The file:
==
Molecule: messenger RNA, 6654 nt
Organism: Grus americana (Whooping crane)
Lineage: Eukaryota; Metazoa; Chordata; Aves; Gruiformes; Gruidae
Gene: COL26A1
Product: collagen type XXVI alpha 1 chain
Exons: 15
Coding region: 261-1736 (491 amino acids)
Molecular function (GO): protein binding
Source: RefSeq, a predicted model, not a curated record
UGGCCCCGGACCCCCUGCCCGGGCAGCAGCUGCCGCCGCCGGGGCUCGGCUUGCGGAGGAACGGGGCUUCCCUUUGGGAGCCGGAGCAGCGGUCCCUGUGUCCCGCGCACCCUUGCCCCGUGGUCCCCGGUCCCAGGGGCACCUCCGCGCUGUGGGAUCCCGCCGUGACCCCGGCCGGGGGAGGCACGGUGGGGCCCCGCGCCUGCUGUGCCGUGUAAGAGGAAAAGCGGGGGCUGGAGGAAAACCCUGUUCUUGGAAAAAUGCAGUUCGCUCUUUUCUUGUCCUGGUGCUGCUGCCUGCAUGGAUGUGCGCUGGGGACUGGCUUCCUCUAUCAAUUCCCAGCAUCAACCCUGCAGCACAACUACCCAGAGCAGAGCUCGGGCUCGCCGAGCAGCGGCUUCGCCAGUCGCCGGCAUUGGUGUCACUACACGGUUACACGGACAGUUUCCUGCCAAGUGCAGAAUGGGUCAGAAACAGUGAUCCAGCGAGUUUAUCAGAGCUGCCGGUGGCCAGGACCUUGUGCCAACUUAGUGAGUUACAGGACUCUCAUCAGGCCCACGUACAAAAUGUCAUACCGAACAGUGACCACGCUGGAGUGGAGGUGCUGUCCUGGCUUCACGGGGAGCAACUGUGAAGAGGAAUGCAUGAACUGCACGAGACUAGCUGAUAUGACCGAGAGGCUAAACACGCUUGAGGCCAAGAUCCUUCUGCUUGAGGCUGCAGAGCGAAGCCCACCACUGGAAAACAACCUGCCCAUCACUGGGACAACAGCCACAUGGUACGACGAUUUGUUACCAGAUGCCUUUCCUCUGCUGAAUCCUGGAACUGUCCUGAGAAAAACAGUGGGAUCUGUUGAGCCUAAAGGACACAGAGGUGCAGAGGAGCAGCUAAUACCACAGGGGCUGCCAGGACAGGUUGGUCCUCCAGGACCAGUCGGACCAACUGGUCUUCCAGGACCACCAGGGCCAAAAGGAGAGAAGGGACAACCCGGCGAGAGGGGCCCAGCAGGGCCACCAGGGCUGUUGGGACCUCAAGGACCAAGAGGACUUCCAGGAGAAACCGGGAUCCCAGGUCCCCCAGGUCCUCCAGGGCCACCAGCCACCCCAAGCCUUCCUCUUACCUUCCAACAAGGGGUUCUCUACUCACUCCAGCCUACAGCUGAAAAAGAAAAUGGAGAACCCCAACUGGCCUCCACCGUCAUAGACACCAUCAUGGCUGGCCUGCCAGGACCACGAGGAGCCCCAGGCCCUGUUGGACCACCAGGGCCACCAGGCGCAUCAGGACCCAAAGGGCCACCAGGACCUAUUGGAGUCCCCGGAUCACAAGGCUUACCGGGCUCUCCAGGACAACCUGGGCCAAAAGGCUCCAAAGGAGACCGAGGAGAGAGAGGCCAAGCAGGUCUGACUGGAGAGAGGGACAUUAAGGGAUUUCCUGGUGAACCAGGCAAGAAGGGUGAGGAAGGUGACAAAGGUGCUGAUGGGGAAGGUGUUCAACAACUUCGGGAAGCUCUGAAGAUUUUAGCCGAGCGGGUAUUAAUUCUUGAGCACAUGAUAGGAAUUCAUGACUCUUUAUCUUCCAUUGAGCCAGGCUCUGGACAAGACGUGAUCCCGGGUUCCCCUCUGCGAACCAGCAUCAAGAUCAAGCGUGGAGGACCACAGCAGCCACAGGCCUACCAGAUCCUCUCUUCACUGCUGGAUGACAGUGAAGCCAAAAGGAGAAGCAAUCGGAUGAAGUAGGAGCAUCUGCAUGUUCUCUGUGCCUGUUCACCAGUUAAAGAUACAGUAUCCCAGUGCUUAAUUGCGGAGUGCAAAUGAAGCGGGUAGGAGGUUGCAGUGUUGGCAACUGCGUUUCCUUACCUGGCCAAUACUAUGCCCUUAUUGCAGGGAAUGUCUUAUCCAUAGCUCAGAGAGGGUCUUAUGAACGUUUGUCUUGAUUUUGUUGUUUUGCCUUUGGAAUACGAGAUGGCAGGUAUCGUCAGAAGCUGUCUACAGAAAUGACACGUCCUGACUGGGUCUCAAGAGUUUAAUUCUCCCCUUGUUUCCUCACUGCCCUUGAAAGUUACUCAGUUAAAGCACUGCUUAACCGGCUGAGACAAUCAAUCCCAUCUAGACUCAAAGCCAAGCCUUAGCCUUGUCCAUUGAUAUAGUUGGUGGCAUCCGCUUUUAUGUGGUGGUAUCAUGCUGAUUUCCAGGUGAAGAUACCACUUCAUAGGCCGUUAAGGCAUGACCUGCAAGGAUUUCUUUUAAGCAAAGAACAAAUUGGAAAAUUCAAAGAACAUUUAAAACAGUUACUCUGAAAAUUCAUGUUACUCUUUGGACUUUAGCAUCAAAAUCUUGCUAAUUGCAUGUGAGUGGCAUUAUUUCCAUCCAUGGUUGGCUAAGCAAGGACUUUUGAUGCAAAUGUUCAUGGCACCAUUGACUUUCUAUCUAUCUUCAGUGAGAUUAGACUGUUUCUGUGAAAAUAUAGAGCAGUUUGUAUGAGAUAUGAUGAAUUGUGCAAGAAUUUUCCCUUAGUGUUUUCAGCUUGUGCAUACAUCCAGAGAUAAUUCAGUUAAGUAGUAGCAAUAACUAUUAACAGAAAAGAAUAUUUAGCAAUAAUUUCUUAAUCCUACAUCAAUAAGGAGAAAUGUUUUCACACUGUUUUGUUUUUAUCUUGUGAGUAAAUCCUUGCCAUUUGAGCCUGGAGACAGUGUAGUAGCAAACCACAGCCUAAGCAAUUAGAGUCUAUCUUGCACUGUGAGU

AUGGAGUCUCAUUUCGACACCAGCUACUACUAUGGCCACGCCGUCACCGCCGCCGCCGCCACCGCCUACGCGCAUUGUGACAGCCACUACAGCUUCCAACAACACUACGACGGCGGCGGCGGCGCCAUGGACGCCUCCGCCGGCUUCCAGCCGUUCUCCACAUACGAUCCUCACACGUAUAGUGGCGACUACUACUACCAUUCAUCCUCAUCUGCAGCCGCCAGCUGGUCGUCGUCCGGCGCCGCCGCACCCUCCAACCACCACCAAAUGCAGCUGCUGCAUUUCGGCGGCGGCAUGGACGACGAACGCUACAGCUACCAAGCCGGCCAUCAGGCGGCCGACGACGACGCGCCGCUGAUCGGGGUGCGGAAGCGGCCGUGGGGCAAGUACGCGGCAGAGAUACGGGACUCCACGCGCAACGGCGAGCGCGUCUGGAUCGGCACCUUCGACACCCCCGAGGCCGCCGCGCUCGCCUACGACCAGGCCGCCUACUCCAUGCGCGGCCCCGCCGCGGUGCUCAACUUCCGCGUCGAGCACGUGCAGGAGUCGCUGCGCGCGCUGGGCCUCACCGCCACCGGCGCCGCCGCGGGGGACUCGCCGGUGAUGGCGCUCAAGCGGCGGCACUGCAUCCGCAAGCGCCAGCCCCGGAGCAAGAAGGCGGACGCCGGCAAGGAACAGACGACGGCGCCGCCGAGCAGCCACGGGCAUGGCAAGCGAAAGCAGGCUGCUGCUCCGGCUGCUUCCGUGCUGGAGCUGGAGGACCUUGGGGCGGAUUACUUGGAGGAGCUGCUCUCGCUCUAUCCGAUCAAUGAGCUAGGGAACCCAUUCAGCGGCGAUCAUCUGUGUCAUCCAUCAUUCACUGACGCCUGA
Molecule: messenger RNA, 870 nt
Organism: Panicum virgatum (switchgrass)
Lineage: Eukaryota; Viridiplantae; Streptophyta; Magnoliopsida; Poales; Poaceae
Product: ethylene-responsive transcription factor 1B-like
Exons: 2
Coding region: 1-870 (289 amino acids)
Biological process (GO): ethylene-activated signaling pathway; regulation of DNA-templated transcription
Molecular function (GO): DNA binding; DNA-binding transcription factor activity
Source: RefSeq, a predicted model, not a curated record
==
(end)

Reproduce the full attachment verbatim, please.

Molecule: messenger RNA, 6654 nt
Organism: Grus americana (Whooping crane)
Lineage: Eukaryota; Metazoa; Chordata; Aves; Gruiformes; Gruidae
Gene: COL26A1
Product: collagen type XXVI alpha 1 chain
Exons: 15
Coding region: 261-1736 (491 amino acids)
Molecular function (GO): protein binding
Source: RefSeq, a predicted model, not a curated record
UGGCCCCGGACCCCCUGCCCGGGCAGCAGCUGCCGCCGCCGGGGCUCGGCUUGCGGAGGAACGGGGCUUCCCUUUGGGAGCCGGAGCAGCGGUCCCUGUGUCCCGCGCACCCUUGCCCCGUGGUCCCCGGUCCCAGGGGCACCUCCGCGCUGUGGGAUCCCGCCGUGACCCCGGCCGGGGGAGGCACGGUGGGGCCCCGCGCCUGCUGUGCCGUGUAAGAGGAAAAGCGGGGGCUGGAGGAAAACCCUGUUCUUGGAAAAAUGCAGUUCGCUCUUUUCUUGUCCUGGUGCUGCUGCCUGCAUGGAUGUGCGCUGGGGACUGGCUUCCUCUAUCAAUUCCCAGCAUCAACCCUGCAGCACAACUACCCAGAGCAGAGCUCGGGCUCGCCGAGCAGCGGCUUCGCCAGUCGCCGGCAUUGGUGUCACUACACGGUUACACGGACAGUUUCCUGCCAAGUGCAGAAUGGGUCAGAAACAGUGAUCCAGCGAGUUUAUCAGAGCUGCCGGUGGCCAGGACCUUGUGCCAACUUAGUGAGUUACAGGACUCUCAUCAGGCCCACGUACAAAAUGUCAUACCGAACAGUGACCACGCUGGAGUGGAGGUGCUGUCCUGGCUUCACGGGGAGCAACUGUGAAGAGGAAUGCAUGAACUGCACGAGACUAGCUGAUAUGACCGAGAGGCUAAACACGCUUGAGGCCAAGAUCCUUCUGCUUGAGGCUGCAGAGCGAAGCCCACCACUGGAAAACAACCUGCCCAUCACUGGGACAACAGCCACAUGGUACGACGAUUUGUUACCAGAUGCCUUUCCUCUGCUGAAUCCUGGAACUGUCCUGAGAAAAACAGUGGGAUCUGUUGAGCCUAAAGGACACAGAGGUGCAGAGGAGCAGCUAAUACCACAGGGGCUGCCAGGACAGGUUGGUCCUCCAGGACCAGUCGGACCAACUGGUCUUCCAGGACCACCAGGGCCAAAAGGAGAGAAGGGACAACCCGGCGAGAGGGGCCCAGCAGGGCCACCAGGGCUGUUGGGACCUCAAGGACCAAGAGGACUUCCAGGAGAAACCGGGAUCCCAGGUCCCCCAGGUCCUCCAGGGCCACCAGCCACCCCAAGCCUUCCUCUUACCUUCCAACAAGGGGUUCUCUACUCACUCCAGCCUACAGCUGAAAAAGAAAAUGGAGAACCCCAACUGGCCUCCACCGUCAUAGACACCAUCAUGGCUGGCCUGCCAGGACCACGAGGAGCCCCAGGCCCUGUUGGACCACCAGGGCCACCAGGCGCAUCAGGACCCAAAGGGCCACCAGGACCUAUUGGAGUCCCCGGAUCACAAGGCUUACCGGGCUCUCCAGGACAACCUGGGCCAAAAGGCUCCAAAGGAGACCGAGGAGAGAGAGGCCAAGCAGGUCUGACUGGAGAGAGGGACAUUAAGGGAUUUCCUGGUGAACCAGGCAAGAAGGGUGAGGAAGGUGACAAAGGUGCUGAUGGGGAAGGUGUUCAACAACUUCGGGAAGCUCUGAAGAUUUUAGCCGAGCGGGUAUUAAUUCUUGAGCACAUGAUAGGAAUUCAUGACUCUUUAUCUUCCAUUGAGCCAGGCUCUGGACAAGACGUGAUCCCGGGUUCCCCUCUGCGAACCAGCAUCAAGAUCAAGCGUGGAGGACCACAGCAGCCACAGGCCUACCAGAUCCUCUCUUCACUGCUGGAUGACAGUGAAGCCAAAAGGAGAAGCAAUCGGAUGAAGUAGGAGCAUCUGCAUGUUCUCUGUGCCUGUUCACCAGUUAAAGAUACAGUAUCCCAGUGCUUAAUUGCGGAGUGCAAAUGAAGCGGGUAGGAGGUUGCAGUGUUGGCAACUGCGUUUCCUUACCUGGCCAAUACUAUGCCCUUAUUGCAGGGAAUGUCUUAUCCAUAGCUCAGAGAGGGUCUUAUGAACGUUUGUCUUGAUUUUGUUGUUUUGCCUUUGGAAUACGAGAUGGCAGGUAUCGUCAGAAGCUGUCUACAGAAAUGACACGUCCUGACUGGGUCUCAAGAGUUUAAUUCUCCCCUUGUUUCCUCACUGCCCUUGAAAGUUACUCAGUUAAAGCACUGCUUAACCGGCUGAGACAAUCAAUCCCAUCUAGACUCAAAGCCAAGCCUUAGCCUUGUCCAUUGAUAUAGUUGGUGGCAUCCGCUUUUAUGUGGUGGUAUCAUGCUGAUUUCCAGGUGAAGAUACCACUUCAUAGGCCGUUAAGGCAUGACCUGCAAGGAUUUCUUUUAAGCAAAGAACAAAUUGGAAAAUUCAAAGAACAUUUAAAACAGUUACUCUGAAAAUUCAUGUUACUCUUUGGACUUUAGCAUCAAAAUCUUGCUAAUUGCAUGUGAGUGGCAUUAUUUCCAUCCAUGGUUGGCUAAGCAAGGACUUUUGAUGCAAAUGUUCAUGGCACCAUUGACUUUCUAUCUAUCUUCAGUGAGAUUAGACUGUUUCUGUGAAAAUAUAGAGCAGUUUGUAUGAGAUAUGAUGAAUUGUGCAAGAAUUUUCCCUUAGUGUUUUCAGCUUGUGCAUACAUCCAGAGAUAAUUCAGUUAAGUAGUAGCAAUAACUAUUAACAGAAAAGAAUAUUUAGCAAUAAUUUCUUAAUCCUACAUCAAUAAGGAGAAAUGUUUUCACACUGUUUUGUUUUUAUCUUGUGAGUAAAUCCUUGCCAUUUGAGCCUGGAGACAGUGUAGUAGCAAACCACAGCCUAAGCAAUUAGAGUCUAUCUUGCACUGUGAGU

AUGGAGUCUCAUUUCGACACCAGCUACUACUAUGGCCACGCCGUCACCGCCGCCGCCGCCACCGCCUACGCGCAUUGUGACAGCCACUACAGCUUCCAACAACACUACGACGGCGGCGGCGGCGCCAUGGACGCCUCCGCCGGCUUCCAGCCGUUCUCCACAUACGAUCCUCACACGUAUAGUGGCGACUACUACUACCAUUCAUCCUCAUCUGCAGCCGCCAGCUGGUCGUCGUCCGGCGCCGCCGCACCCUCCAACCACCACCAAAUGCAGCUGCUGCAUUUCGGCGGCGGCAUGGACGACGAACGCUACAGCUACCAAGCCGGCCAUCAGGCGGCCGACGACGACGCGCCGCUGAUCGGGGUGCGGAAGCGGCCGUGGGGCAAGUACGCGGCAGAGAUACGGGACUCCACGCGCAACGGCGAGCGCGUCUGGAUCGGCACCUUCGACACCCCCGAGGCCGCCGCGCUCGCCUACGACCAGGCCGCCUACUCCAUGCGCGGCCCCGCCGCGGUGCUCAACUUCCGCGUCGAGCACGUGCAGGAGUCGCUGCGCGCGCUGGGCCUCACCGCCACCGGCGCCGCCGCGGGGGACUCGCCGGUGAUGGCGCUCAAGCGGCGGCACUGCAUCCGCAAGCGCCAGCCCCGGAGCAAGAAGGCGGACGCCGGCAAGGAACAGACGACGGCGCCGCCGAGCAGCCACGGGCAUGGCAAGCGAAAGCAGGCUGCUGCUCCGGCUGCUUCCGUGCUGGAGCUGGAGGACCUUGGGGCGGAUUACUUGGAGGAGCUGCUCUCGCUCUAUCCGAUCAAUGAGCUAGGGAACCCAUUCAGCGGCGAUCAUCUGUGUCAUCCAUCAUUCACUGACGCCUGA
Molecule: messenger RNA, 870 nt
Organism: Panicum virgatum (switchgrass)
Lineage: Eukaryota; Viridiplantae; Streptophyta; Magnoliopsida; Poales; Poaceae
Product: ethylene-responsive transcription factor 1B-like
Exons: 2
Coding region: 1-870 (289 amino acids)
Biological process (GO): ethylene-activated signaling pathway; regulation of DNA-templated transcription
Molecular function (GO): DNA binding; DNA-binding transcription factor activity
Source: RefSeq, a predicted model, not a curated record